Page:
The message of the program will be to use native plants in the landscape that benefit wildlife habitat, water quality, and natural heritage. The native plantings will be accompanied by presentations to school classes and placement of interpretive signage that will convey the benefits that native plants provide for water quality and a variety of birds, mammals, amphibians, reptiles and insects. Two native plant workshops will also be conducted for adults to help promote the benefits of native plants to the environment. For more information on the Beaver Watershed Alliance, please visit http://www.beaverwatershedalliance.org/.
Botanical Gardens of the Ozarks will use funds to enhance their “Garden Buds” program, a summer environmental education program for elementary children and their parents on sustainability, nutrition, and gardening. The program aims to encourage children to enjoy the great outdoors while they learn age-appropriate science, sustainable garden practices, and healthy eating habits, while gaining an appreciation for the natural world and a new desire to protect it through garden-based lessons. Students are given the opportunity to grow plants in the garden and return to harvest the food they planted to take home and share with their families. For more information on the Botanical Gardens of the Ozarks, please visit http://bgozarks.org/
Spring 2011 AEEA Mini Grant
Liz Smith – Russell D. Jones Elementary, Rogers
Project: Summer Children’s Garden Program
This project is an initiation into environmental education for many of our elementary students. Our summer garden project teaches students how to care for gardens over an extended time, wildlife interactions of insects, mammals and birds that help the garden grow organically, and it also helps students apply math, science and language skills they have learned during the academic year in a real life setting. By enabling students to experience vocabulary, writing, measurement, and scientific observation in the garden we help them understand their direct responsibility to be good guardians of the earth.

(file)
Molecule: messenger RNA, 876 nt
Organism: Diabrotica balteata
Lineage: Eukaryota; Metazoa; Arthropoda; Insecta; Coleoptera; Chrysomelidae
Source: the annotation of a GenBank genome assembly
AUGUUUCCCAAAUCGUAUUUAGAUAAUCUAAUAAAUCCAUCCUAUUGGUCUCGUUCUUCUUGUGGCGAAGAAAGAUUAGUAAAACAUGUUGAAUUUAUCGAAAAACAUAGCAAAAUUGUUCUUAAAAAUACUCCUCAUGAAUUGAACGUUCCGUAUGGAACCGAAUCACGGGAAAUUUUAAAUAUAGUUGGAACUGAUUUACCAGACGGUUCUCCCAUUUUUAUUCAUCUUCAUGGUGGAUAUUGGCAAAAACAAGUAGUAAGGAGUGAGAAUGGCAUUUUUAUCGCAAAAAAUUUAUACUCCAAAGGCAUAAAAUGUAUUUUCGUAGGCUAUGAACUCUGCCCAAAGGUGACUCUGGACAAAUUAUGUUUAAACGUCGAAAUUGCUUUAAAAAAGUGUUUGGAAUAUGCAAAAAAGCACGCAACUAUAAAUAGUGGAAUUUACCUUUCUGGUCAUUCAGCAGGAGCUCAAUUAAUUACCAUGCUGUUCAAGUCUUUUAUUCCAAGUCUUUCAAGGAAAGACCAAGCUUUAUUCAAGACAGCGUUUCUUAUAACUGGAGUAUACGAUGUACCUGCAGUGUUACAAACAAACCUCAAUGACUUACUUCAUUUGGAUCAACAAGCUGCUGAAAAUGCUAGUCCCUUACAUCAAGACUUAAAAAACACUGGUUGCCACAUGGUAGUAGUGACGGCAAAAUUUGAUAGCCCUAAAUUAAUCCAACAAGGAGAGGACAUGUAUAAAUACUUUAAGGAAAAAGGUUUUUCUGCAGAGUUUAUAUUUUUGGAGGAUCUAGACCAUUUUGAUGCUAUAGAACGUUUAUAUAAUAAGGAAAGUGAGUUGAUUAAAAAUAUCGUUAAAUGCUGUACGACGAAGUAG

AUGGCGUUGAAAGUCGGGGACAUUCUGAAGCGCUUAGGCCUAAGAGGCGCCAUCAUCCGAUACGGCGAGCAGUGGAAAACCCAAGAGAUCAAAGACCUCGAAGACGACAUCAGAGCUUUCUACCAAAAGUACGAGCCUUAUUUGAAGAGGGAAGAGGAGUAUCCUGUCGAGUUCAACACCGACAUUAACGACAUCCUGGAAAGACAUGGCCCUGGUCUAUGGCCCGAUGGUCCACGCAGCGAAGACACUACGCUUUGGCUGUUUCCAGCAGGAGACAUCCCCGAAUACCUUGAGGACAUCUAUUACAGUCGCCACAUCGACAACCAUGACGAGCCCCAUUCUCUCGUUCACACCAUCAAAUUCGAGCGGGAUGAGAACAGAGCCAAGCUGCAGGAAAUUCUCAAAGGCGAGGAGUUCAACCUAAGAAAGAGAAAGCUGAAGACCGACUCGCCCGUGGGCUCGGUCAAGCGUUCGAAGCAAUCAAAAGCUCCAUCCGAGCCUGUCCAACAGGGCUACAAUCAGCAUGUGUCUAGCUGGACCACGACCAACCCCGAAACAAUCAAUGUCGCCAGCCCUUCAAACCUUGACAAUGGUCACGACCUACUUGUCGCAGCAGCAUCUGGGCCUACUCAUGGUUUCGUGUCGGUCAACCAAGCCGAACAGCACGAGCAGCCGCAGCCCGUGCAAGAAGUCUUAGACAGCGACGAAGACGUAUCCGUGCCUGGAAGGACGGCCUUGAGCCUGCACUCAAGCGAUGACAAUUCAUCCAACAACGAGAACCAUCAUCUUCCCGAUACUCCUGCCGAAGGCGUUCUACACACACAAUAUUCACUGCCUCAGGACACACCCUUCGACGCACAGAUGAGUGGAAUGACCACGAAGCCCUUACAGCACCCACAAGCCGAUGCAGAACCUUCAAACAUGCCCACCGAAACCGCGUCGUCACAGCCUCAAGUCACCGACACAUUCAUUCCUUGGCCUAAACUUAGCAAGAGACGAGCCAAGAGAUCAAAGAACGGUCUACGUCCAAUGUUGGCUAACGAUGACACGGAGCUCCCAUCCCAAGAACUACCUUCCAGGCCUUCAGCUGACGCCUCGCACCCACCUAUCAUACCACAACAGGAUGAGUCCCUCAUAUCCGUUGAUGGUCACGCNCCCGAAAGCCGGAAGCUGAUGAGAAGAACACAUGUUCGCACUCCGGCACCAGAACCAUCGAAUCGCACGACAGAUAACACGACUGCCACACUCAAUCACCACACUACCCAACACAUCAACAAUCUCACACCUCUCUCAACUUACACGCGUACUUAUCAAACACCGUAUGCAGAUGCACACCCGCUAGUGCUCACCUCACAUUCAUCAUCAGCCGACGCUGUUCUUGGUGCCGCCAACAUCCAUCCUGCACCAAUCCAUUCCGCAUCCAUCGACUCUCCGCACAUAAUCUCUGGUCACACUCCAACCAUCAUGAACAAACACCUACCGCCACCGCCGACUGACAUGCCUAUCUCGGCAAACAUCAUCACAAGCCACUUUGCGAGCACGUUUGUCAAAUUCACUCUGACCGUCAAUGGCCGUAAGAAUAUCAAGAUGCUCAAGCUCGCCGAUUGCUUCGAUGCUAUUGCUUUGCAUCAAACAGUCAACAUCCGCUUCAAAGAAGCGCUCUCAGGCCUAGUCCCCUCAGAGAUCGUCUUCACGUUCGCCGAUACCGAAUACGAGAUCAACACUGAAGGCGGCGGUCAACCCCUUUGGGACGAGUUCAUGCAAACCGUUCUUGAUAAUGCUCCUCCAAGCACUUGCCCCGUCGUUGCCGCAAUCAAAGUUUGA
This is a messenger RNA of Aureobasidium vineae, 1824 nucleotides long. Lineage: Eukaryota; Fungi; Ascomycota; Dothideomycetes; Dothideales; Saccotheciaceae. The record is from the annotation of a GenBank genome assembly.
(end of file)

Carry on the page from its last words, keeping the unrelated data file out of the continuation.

The summer garden program will have long term effects by inspiring community gardens in surrounding neighborhoods, welcoming parents and children to our school, and encouraging them to become responsible environmentalists. Many parents come with their children during the summer program to work and learn in the garden. They take produce home with them and learn new gardening techniques while they are here. The garden program has proven to be a worthwhile form of communication between the school and families of our multicultural community. It expands vocabulary, knowledge of environmental awareness and a sense of responsibility to care for our wildlife.
Spring 2010 AEEA Mini Grant
Rebekah Spurlock – Devil’s Den State Park
Project: Birder Backpack
The Birder Backpack is a popular activity for park visitors. It has been checked out over 100 times in the past year. Park visitors have to “sign-up” to check it out and leave a deposit (although no fee is collected). Park visitors are given bird check lists to take with them during their outing. Mostly the birder backpack is checked out by families that would not ordinarily bird. Many times novice birders observe and identify birds around the feeders such as cardinals, robins, gold finches, blue jays, etc.
For many visitors, this is their first birder experience and it gets them excited about birding and makes them more aware of their surroundings. One example to share of a unique experience is when a family checked out the birder backpack and took it to Yellow Rock to try to call in a Scarlet Tanager – and they did! The birder backpack has been a great addition to our educational programs and we look forward to encouraging more birding excursions at the park.
2009 AEEA Mini Grant
Kristi Trotter – Jonesboro Math and Science Magnet School
Project: The Butterfly and Moth Indoor Garden
A successful outdoor classroom led a teacher to have a greater interest to bring nature into the classroom all year long with a butterfly garden. The means to accomplish interaction with nature regardless of the season presented more than a challenge but also a learning opportunity about the natural world.
A valuable lesson was learned, butterflies’ natural environment provides the best place for their survival and the irregular indoor temperature at school (with air conditioning) provided a surrounding that was not conducive to their survival. As Ms. Trotter explained, “Science is unpredictable and many variables affect how a project will turn out.” Even though all the resources were available – netting, growing lights, and plants – the room temperature inhibited plant growth and the success of the butterfly garden. As with any science project; it is trial and error. Ms. Trotter will modify the project in upcoming school years to improve on its success.